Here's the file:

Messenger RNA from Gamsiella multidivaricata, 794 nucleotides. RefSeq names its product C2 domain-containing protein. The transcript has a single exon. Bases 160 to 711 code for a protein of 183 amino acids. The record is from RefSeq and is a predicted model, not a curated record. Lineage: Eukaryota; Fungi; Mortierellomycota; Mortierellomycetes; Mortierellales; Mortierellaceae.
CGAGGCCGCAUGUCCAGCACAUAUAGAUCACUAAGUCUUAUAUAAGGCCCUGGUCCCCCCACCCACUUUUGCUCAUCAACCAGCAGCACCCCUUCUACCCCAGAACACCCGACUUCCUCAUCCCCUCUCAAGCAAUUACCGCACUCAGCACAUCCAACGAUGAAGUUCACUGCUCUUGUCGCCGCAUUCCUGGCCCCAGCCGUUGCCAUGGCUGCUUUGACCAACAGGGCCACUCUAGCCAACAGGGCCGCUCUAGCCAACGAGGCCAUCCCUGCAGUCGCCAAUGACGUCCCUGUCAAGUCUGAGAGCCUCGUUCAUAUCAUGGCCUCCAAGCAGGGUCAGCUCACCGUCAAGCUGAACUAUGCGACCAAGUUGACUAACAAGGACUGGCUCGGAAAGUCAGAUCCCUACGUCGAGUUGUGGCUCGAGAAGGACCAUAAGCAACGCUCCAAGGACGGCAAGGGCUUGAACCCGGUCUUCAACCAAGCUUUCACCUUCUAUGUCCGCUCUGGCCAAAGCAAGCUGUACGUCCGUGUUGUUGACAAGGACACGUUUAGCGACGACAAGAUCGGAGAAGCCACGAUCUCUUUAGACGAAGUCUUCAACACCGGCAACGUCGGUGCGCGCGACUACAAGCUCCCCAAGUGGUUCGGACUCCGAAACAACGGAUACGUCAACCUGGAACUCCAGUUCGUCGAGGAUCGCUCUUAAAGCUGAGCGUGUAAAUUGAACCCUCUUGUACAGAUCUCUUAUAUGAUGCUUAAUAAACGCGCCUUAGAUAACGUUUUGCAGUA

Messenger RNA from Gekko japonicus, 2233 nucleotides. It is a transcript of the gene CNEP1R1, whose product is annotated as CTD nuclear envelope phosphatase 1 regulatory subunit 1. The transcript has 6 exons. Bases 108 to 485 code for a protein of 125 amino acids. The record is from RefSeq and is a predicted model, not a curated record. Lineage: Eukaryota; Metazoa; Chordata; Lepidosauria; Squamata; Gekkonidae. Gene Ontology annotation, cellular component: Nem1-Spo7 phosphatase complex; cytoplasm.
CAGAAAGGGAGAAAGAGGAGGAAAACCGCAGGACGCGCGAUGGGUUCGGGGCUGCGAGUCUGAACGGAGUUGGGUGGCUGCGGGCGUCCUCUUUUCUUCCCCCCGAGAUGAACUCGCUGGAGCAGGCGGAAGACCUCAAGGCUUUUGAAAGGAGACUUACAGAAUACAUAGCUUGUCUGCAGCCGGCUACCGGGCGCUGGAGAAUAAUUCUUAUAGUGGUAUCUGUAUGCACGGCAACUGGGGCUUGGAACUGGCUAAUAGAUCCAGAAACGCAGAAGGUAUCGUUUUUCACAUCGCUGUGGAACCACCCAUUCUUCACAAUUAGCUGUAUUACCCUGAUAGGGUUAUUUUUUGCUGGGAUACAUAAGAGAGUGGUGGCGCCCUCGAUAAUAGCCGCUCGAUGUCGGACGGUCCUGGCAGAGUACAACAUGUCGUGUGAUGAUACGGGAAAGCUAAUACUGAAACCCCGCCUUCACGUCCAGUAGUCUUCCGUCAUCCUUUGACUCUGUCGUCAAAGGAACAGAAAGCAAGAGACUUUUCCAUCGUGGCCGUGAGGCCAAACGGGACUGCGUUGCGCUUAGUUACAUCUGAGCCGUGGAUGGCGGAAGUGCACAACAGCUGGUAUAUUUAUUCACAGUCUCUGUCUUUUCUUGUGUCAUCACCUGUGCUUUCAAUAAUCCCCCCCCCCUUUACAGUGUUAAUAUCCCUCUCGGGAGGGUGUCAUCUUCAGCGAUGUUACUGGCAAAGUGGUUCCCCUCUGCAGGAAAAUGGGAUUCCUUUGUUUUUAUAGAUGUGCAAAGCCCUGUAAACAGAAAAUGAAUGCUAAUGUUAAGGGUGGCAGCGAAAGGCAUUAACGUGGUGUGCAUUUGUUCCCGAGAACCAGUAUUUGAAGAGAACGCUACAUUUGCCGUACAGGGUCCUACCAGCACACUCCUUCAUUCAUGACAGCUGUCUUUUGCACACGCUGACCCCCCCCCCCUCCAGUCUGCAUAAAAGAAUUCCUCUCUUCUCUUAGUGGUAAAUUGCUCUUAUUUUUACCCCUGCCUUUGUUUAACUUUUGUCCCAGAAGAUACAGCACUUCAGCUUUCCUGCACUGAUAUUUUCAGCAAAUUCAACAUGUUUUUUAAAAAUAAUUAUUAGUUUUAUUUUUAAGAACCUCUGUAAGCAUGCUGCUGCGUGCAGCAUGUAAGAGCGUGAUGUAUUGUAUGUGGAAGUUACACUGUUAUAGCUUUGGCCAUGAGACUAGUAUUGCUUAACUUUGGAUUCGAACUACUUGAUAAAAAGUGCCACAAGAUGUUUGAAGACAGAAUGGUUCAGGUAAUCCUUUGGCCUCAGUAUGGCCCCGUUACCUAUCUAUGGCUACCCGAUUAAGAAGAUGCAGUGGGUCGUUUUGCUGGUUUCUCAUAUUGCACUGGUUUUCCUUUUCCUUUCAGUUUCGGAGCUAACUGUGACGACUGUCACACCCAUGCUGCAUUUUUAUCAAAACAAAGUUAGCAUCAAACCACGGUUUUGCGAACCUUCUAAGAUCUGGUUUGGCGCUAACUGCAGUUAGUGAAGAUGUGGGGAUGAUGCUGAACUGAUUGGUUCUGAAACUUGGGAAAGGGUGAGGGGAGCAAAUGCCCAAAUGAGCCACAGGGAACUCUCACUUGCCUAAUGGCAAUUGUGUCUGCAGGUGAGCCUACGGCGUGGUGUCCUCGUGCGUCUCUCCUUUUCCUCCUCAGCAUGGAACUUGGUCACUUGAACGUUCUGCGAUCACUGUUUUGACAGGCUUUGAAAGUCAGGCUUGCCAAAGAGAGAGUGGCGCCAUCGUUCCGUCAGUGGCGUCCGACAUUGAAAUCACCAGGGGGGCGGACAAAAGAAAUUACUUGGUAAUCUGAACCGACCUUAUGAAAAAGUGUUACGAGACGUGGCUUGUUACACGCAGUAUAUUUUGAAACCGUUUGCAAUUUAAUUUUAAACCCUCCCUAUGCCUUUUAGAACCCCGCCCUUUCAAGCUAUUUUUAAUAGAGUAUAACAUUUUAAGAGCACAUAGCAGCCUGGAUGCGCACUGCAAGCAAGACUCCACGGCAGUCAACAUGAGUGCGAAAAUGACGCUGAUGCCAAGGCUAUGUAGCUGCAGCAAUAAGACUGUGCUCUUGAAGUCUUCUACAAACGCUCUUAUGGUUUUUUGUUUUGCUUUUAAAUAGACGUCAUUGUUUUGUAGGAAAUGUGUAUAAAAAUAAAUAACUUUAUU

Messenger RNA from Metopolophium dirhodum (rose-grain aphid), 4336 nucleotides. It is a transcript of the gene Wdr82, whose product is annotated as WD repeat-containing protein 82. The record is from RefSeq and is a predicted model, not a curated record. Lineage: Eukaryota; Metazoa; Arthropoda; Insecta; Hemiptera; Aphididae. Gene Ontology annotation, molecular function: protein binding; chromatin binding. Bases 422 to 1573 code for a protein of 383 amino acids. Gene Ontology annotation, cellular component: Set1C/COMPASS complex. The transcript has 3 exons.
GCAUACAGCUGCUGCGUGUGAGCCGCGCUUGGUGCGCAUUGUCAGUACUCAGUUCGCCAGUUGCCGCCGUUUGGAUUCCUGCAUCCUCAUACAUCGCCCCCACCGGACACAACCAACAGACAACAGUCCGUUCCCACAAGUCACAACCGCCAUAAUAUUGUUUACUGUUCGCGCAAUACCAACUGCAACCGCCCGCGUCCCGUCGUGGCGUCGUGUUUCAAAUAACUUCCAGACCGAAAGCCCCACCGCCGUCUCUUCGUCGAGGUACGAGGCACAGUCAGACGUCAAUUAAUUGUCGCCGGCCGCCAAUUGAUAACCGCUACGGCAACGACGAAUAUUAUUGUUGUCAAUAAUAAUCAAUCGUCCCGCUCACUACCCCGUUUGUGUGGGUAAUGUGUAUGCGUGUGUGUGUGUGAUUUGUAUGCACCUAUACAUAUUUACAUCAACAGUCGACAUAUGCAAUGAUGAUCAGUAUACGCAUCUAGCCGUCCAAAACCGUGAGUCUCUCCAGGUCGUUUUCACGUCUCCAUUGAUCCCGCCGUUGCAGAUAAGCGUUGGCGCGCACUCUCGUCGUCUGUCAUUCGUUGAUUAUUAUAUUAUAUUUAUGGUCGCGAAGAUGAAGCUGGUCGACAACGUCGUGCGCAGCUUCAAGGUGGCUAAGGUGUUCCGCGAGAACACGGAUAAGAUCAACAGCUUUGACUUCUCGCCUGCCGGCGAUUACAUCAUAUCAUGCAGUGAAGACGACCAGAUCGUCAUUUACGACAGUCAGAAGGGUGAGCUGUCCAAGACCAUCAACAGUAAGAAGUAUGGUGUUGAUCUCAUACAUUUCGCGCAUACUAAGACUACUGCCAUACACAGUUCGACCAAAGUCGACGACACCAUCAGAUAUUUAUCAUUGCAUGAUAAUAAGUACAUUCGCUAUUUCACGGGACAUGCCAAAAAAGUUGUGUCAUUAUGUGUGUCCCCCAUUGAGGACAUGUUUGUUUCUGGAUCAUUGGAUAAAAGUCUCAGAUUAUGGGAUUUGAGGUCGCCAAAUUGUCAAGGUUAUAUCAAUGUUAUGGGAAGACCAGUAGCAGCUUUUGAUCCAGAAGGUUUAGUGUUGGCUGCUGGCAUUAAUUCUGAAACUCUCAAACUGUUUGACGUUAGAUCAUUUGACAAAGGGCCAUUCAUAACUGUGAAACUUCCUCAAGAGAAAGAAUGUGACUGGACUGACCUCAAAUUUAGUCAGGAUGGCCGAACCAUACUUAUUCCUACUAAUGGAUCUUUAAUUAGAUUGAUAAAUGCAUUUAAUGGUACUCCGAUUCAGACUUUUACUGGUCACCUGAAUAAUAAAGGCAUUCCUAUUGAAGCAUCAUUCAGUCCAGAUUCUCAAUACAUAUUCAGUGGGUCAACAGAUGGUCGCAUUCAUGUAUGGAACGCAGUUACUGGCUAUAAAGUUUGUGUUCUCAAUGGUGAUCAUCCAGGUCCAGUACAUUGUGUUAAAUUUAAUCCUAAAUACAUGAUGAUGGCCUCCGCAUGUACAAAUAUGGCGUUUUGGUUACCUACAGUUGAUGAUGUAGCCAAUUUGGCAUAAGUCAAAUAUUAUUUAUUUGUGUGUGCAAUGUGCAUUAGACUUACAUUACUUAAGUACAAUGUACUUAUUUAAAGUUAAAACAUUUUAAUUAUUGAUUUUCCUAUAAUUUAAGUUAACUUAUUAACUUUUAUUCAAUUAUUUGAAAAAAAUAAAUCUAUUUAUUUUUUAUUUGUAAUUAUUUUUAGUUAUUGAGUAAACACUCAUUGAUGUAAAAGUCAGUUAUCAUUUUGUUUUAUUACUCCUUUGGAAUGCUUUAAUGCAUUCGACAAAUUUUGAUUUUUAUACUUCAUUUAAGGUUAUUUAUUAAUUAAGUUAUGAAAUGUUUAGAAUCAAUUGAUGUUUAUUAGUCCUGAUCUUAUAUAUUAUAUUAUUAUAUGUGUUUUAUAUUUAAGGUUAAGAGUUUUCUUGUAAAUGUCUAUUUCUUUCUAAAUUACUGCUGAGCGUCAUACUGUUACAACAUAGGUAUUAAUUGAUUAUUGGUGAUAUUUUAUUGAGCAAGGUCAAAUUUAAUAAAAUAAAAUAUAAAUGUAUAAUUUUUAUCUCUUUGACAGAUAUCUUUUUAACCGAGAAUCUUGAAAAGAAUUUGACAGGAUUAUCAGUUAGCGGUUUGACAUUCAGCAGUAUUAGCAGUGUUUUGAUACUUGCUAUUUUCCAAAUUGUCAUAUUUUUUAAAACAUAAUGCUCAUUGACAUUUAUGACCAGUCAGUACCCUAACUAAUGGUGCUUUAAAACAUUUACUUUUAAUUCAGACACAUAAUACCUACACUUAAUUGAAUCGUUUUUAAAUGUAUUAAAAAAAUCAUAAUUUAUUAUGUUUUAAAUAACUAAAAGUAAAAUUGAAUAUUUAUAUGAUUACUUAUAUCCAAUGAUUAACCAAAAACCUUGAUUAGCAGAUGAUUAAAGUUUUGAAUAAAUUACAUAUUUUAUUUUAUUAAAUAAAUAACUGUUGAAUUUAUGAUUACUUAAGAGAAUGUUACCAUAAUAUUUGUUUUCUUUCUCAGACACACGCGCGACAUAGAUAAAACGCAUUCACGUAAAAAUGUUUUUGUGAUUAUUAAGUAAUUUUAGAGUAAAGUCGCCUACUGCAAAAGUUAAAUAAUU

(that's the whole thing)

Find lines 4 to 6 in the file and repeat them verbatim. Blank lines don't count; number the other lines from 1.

CAGAAAGGGAGAAAGAGGAGGAAAACCGCAGGACGCGCGAUGGGUUCGGGGCUGCGAGUCUGAACGGAGUUGGGUGGCUGCGGGCGUCCUCUUUUCUUCCCCCCGAGAUGAACUCGCUGGAGCAGGCGGAAGACCUCAAGGCUUUUGAAAGGAGACUUACAGAAUACAUAGCUUGUCUGCAGCCGGCUACCGGGCGCUGGAGAAUAAUUCUUAUAGUGGUAUCUGUAUGCACGGCAACUGGGGCUUGGAACUGGCUAAUAGAUCCAGAAACGCAGAAGGUAUCGUUUUUCACAUCGCUGUGGAACCACCCAUUCUUCACAAUUAGCUGUAUUACCCUGAUAGGGUUAUUUUUUGCUGGGAUACAUAAGAGAGUGGUGGCGCCCUCGAUAAUAGCCGCUCGAUGUCGGACGGUCCUGGCAGAGUACAACAUGUCGUGUGAUGAUACGGGAAAGCUAAUACUGAAACCCCGCCUUCACGUCCAGUAGUCUUCCGUCAUCCUUUGACUCUGUCGUCAAAGGAACAGAAAGCAAGAGACUUUUCCAUCGUGGCCGUGAGGCCAAACGGGACUGCGUUGCGCUUAGUUACAUCUGAGCCGUGGAUGGCGGAAGUGCACAACAGCUGGUAUAUUUAUUCACAGUCUCUGUCUUUUCUUGUGUCAUCACCUGUGCUUUCAAUAAUCCCCCCCCCCUUUACAGUGUUAAUAUCCCUCUCGGGAGGGUGUCAUCUUCAGCGAUGUUACUGGCAAAGUGGUUCCCCUCUGCAGGAAAAUGGGAUUCCUUUGUUUUUAUAGAUGUGCAAAGCCCUGUAAACAGAAAAUGAAUGCUAAUGUUAAGGGUGGCAGCGAAAGGCAUUAACGUGGUGUGCAUUUGUUCCCGAGAACCAGUAUUUGAAGAGAACGCUACAUUUGCCGUACAGGGUCCUACCAGCACACUCCUUCAUUCAUGACAGCUGUCUUUUGCACACGCUGACCCCCCCCCCCUCCAGUCUGCAUAAAAGAAUUCCUCUCUUCUCUUAGUGGUAAAUUGCUCUUAUUUUUACCCCUGCCUUUGUUUAACUUUUGUCCCAGAAGAUACAGCACUUCAGCUUUCCUGCACUGAUAUUUUCAGCAAAUUCAACAUGUUUUUUAAAAAUAAUUAUUAGUUUUAUUUUUAAGAACCUCUGUAAGCAUGCUGCUGCGUGCAGCAUGUAAGAGCGUGAUGUAUUGUAUGUGGAAGUUACACUGUUAUAGCUUUGGCCAUGAGACUAGUAUUGCUUAACUUUGGAUUCGAACUACUUGAUAAAAAGUGCCACAAGAUGUUUGAAGACAGAAUGGUUCAGGUAAUCCUUUGGCCUCAGUAUGGCCCCGUUACCUAUCUAUGGCUACCCGAUUAAGAAGAUGCAGUGGGUCGUUUUGCUGGUUUCUCAUAUUGCACUGGUUUUCCUUUUCCUUUCAGUUUCGGAGCUAACUGUGACGACUGUCACACCCAUGCUGCAUUUUUAUCAAAACAAAGUUAGCAUCAAACCACGGUUUUGCGAACCUUCUAAGAUCUGGUUUGGCGCUAACUGCAGUUAGUGAAGAUGUGGGGAUGAUGCUGAACUGAUUGGUUCUGAAACUUGGGAAAGGGUGAGGGGAGCAAAUGCCCAAAUGAGCCACAGGGAACUCUCACUUGCCUAAUGGCAAUUGUGUCUGCAGGUGAGCCUACGGCGUGGUGUCCUCGUGCGUCUCUCCUUUUCCUCCUCAGCAUGGAACUUGGUCACUUGAACGUUCUGCGAUCACUGUUUUGACAGGCUUUGAAAGUCAGGCUUGCCAAAGAGAGAGUGGCGCCAUCGUUCCGUCAGUGGCGUCCGACAUUGAAAUCACCAGGGGGGCGGACAAAAGAAAUUACUUGGUAAUCUGAACCGACCUUAUGAAAAAGUGUUACGAGACGUGGCUUGUUACACGCAGUAUAUUUUGAAACCGUUUGCAAUUUAAUUUUAAACCCUCCCUAUGCCUUUUAGAACCCCGCCCUUUCAAGCUAUUUUUAAUAGAGUAUAACAUUUUAAGAGCACAUAGCAGCCUGGAUGCGCACUGCAAGCAAGACUCCACGGCAGUCAACAUGAGUGCGAAAAUGACGCUGAUGCCAAGGCUAUGUAGCUGCAGCAAUAAGACUGUGCUCUUGAAGUCUUCUACAAACGCUCUUAUGGUUUUUUGUUUUGCUUUUAAAUAGACGUCAUUGUUUUGUAGGAAAUGUGUAUAAAAAUAAAUAACUUUAUU

Messenger RNA from Metopolophium dirhodum (rose-grain aphid), 4336 nucleotides. It is a transcript of the gene Wdr82, whose product is annotated as WD repeat-containing protein 82. The record is from RefSeq and is a predicted model, not a curated record. Lineage: Eukaryota; Metazoa; Arthropoda; Insecta; Hemiptera; Aphididae. Gene Ontology annotation, molecular function: protein binding; chromatin binding. Bases 422 to 1573 code for a protein of 383 amino acids. Gene Ontology annotation, cellular component: Set1C/COMPASS complex. The transcript has 3 exons.
GCAUACAGCUGCUGCGUGUGAGCCGCGCUUGGUGCGCAUUGUCAGUACUCAGUUCGCCAGUUGCCGCCGUUUGGAUUCCUGCAUCCUCAUACAUCGCCCCCACCGGACACAACCAACAGACAACAGUCCGUUCCCACAAGUCACAACCGCCAUAAUAUUGUUUACUGUUCGCGCAAUACCAACUGCAACCGCCCGCGUCCCGUCGUGGCGUCGUGUUUCAAAUAACUUCCAGACCGAAAGCCCCACCGCCGUCUCUUCGUCGAGGUACGAGGCACAGUCAGACGUCAAUUAAUUGUCGCCGGCCGCCAAUUGAUAACCGCUACGGCAACGACGAAUAUUAUUGUUGUCAAUAAUAAUCAAUCGUCCCGCUCACUACCCCGUUUGUGUGGGUAAUGUGUAUGCGUGUGUGUGUGUGAUUUGUAUGCACCUAUACAUAUUUACAUCAACAGUCGACAUAUGCAAUGAUGAUCAGUAUACGCAUCUAGCCGUCCAAAACCGUGAGUCUCUCCAGGUCGUUUUCACGUCUCCAUUGAUCCCGCCGUUGCAGAUAAGCGUUGGCGCGCACUCUCGUCGUCUGUCAUUCGUUGAUUAUUAUAUUAUAUUUAUGGUCGCGAAGAUGAAGCUGGUCGACAACGUCGUGCGCAGCUUCAAGGUGGCUAAGGUGUUCCGCGAGAACACGGAUAAGAUCAACAGCUUUGACUUCUCGCCUGCCGGCGAUUACAUCAUAUCAUGCAGUGAAGACGACCAGAUCGUCAUUUACGACAGUCAGAAGGGUGAGCUGUCCAAGACCAUCAACAGUAAGAAGUAUGGUGUUGAUCUCAUACAUUUCGCGCAUACUAAGACUACUGCCAUACACAGUUCGACCAAAGUCGACGACACCAUCAGAUAUUUAUCAUUGCAUGAUAAUAAGUACAUUCGCUAUUUCACGGGACAUGCCAAAAAAGUUGUGUCAUUAUGUGUGUCCCCCAUUGAGGACAUGUUUGUUUCUGGAUCAUUGGAUAAAAGUCUCAGAUUAUGGGAUUUGAGGUCGCCAAAUUGUCAAGGUUAUAUCAAUGUUAUGGGAAGACCAGUAGCAGCUUUUGAUCCAGAAGGUUUAGUGUUGGCUGCUGGCAUUAAUUCUGAAACUCUCAAACUGUUUGACGUUAGAUCAUUUGACAAAGGGCCAUUCAUAACUGUGAAACUUCCUCAAGAGAAAGAAUGUGACUGGACUGACCUCAAAUUUAGUCAGGAUGGCCGAACCAUACUUAUUCCUACUAAUGGAUCUUUAAUUAGAUUGAUAAAUGCAUUUAAUGGUACUCCGAUUCAGACUUUUACUGGUCACCUGAAUAAUAAAGGCAUUCCUAUUGAAGCAUCAUUCAGUCCAGAUUCUCAAUACAUAUUCAGUGGGUCAACAGAUGGUCGCAUUCAUGUAUGGAACGCAGUUACUGGCUAUAAAGUUUGUGUUCUCAAUGGUGAUCAUCCAGGUCCAGUACAUUGUGUUAAAUUUAAUCCUAAAUACAUGAUGAUGGCCUCCGCAUGUACAAAUAUGGCGUUUUGGUUACCUACAGUUGAUGAUGUAGCCAAUUUGGCAUAAGUCAAAUAUUAUUUAUUUGUGUGUGCAAUGUGCAUUAGACUUACAUUACUUAAGUACAAUGUACUUAUUUAAAGUUAAAACAUUUUAAUUAUUGAUUUUCCUAUAAUUUAAGUUAACUUAUUAACUUUUAUUCAAUUAUUUGAAAAAAAUAAAUCUAUUUAUUUUUUAUUUGUAAUUAUUUUUAGUUAUUGAGUAAACACUCAUUGAUGUAAAAGUCAGUUAUCAUUUUGUUUUAUUACUCCUUUGGAAUGCUUUAAUGCAUUCGACAAAUUUUGAUUUUUAUACUUCAUUUAAGGUUAUUUAUUAAUUAAGUUAUGAAAUGUUUAGAAUCAAUUGAUGUUUAUUAGUCCUGAUCUUAUAUAUUAUAUUAUUAUAUGUGUUUUAUAUUUAAGGUUAAGAGUUUUCUUGUAAAUGUCUAUUUCUUUCUAAAUUACUGCUGAGCGUCAUACUGUUACAACAUAGGUAUUAAUUGAUUAUUGGUGAUAUUUUAUUGAGCAAGGUCAAAUUUAAUAAAAUAAAAUAUAAAUGUAUAAUUUUUAUCUCUUUGACAGAUAUCUUUUUAACCGAGAAUCUUGAAAAGAAUUUGACAGGAUUAUCAGUUAGCGGUUUGACAUUCAGCAGUAUUAGCAGUGUUUUGAUACUUGCUAUUUUCCAAAUUGUCAUAUUUUUUAAAACAUAAUGCUCAUUGACAUUUAUGACCAGUCAGUACCCUAACUAAUGGUGCUUUAAAACAUUUACUUUUAAUUCAGACACAUAAUACCUACACUUAAUUGAAUCGUUUUUAAAUGUAUUAAAAAAAUCAUAAUUUAUUAUGUUUUAAAUAACUAAAAGUAAAAUUGAAUAUUUAUAUGAUUACUUAUAUCCAAUGAUUAACCAAAAACCUUGAUUAGCAGAUGAUUAAAGUUUUGAAUAAAUUACAUAUUUUAUUUUAUUAAAUAAAUAACUGUUGAAUUUAUGAUUACUUAAGAGAAUGUUACCAUAAUAUUUGUUUUCUUUCUCAGACACACGCGCGACAUAGAUAAAACGCAUUCACGUAAAAAUGUUUUUGUGAUUAUUAAGUAAUUUUAGAGUAAAGUCGCCUACUGCAAAAGUUAAAUAAUU